Greek Tourism Minister Vows VAT Decrease for Restaurant Sector
The Greek government will attempt to reduce the Value Added Tax (VAT) rate on restaurant, cafe and bar bills to 13% from the current 23%, according to Tourism Minister Olga Kefaloyiani.
According to reports of the Kathimerini newspaper, as cited by the Bulgarian Telegraph Agency (BTA), the previous PASOK government hiked the VAT rate on restaurant sales to 23% in a bid to boost tax receipts, but the measure proved counterproductive due to the drop in demand.
The VAT hike led to a decrease by around 40% in the food and catering sector, the closure of 4000 establishments in a year, and some 30 000 job cuts.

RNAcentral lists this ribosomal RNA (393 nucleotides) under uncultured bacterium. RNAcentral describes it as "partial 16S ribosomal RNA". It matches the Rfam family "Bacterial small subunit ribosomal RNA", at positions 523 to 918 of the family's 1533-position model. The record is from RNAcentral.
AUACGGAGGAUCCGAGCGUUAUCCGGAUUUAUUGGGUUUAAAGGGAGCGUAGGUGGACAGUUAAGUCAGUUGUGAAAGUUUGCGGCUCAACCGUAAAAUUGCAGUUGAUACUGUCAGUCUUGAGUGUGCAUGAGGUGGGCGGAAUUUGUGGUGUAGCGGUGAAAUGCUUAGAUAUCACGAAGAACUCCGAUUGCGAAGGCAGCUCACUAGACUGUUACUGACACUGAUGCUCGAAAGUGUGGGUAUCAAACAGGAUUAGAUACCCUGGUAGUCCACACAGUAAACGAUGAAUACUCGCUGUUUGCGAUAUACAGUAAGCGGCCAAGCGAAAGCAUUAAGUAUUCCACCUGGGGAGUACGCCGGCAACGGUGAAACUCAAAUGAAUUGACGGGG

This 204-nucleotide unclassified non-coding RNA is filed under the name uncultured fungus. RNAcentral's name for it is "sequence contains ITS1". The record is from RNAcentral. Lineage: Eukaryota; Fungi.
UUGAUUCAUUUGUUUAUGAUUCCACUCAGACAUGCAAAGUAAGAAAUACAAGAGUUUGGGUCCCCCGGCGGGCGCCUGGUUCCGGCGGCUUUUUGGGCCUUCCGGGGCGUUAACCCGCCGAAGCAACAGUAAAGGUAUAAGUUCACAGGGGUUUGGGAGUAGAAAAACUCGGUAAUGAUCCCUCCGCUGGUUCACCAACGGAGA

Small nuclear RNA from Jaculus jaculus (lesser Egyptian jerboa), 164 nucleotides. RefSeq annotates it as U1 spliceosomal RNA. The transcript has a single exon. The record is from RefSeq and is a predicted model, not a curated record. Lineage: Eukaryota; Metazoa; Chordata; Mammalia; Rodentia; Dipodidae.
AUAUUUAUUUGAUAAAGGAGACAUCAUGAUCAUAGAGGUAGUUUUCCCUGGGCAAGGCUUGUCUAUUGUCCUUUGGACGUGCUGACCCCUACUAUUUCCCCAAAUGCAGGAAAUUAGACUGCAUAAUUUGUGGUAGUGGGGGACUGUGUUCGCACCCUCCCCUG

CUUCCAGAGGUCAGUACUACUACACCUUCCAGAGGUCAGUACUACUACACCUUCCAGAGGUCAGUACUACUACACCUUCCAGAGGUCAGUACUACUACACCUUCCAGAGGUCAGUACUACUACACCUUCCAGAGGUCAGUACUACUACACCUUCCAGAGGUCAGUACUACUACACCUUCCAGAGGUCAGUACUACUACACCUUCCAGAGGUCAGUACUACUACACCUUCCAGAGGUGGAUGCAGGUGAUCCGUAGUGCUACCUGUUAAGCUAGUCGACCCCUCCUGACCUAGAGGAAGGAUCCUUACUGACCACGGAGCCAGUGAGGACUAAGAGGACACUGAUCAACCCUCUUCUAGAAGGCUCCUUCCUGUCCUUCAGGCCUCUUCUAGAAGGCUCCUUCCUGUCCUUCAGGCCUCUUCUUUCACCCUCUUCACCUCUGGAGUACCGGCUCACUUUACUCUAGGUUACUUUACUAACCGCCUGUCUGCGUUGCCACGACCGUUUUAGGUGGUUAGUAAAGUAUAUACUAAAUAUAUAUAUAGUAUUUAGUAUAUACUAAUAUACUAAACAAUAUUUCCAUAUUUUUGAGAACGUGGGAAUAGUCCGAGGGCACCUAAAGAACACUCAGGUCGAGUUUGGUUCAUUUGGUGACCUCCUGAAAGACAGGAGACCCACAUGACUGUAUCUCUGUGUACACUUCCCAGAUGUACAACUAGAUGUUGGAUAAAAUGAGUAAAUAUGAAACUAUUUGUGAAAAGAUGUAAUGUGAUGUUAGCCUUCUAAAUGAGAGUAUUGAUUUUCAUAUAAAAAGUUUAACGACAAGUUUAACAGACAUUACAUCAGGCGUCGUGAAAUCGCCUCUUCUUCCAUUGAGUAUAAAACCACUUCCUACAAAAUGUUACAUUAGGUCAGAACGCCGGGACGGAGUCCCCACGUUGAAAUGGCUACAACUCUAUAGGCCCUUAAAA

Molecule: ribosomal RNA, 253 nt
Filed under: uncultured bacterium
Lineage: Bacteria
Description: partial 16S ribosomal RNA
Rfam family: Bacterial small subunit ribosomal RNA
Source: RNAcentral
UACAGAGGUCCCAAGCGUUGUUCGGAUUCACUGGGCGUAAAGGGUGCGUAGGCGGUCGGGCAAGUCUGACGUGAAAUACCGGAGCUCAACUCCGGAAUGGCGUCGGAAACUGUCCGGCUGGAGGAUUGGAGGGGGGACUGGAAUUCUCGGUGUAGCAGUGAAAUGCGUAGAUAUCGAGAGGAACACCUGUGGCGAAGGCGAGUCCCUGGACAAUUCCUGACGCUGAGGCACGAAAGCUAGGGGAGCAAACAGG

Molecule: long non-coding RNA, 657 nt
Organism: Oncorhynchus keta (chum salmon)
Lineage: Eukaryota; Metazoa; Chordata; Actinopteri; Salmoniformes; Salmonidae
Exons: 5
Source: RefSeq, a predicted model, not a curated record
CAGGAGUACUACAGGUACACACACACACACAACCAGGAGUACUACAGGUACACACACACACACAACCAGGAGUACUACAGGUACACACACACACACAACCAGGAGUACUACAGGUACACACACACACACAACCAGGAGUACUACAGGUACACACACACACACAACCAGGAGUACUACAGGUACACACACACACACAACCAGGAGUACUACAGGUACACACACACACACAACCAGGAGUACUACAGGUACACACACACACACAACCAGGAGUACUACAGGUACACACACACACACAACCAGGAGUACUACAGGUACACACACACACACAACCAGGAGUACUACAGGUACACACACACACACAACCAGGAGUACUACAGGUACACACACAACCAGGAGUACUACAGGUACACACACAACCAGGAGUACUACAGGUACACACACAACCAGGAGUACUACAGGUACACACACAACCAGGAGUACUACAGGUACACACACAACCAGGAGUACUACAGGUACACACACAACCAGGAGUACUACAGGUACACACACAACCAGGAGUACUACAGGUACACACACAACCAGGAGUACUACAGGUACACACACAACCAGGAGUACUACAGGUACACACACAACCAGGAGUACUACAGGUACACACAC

Greece's Prime Minister Antonis Samaras, leader of the conservative New Democracy party, vowed to reduce the VAT rate charged by restaurants during the summer election campaign, but has so far failed to take the step.
- » Clashes between Protesters and Police Raise Turmoil in Athens
- » Berlin Allegedly Would Save EUR 1 B Following Athens Crisis
- » Tsipras Calls on Greeks to Reject Proposals of Creditors in Sunday Referendum
- » Bulgaria, Macedonia to Discuss Launching Joint Tourism Packages
- » EUObserver: Bulgarian Lev Makes Inroads in Greece
- » Greece Bailout Referendum: 'Yes' Campaign Picks Up Pace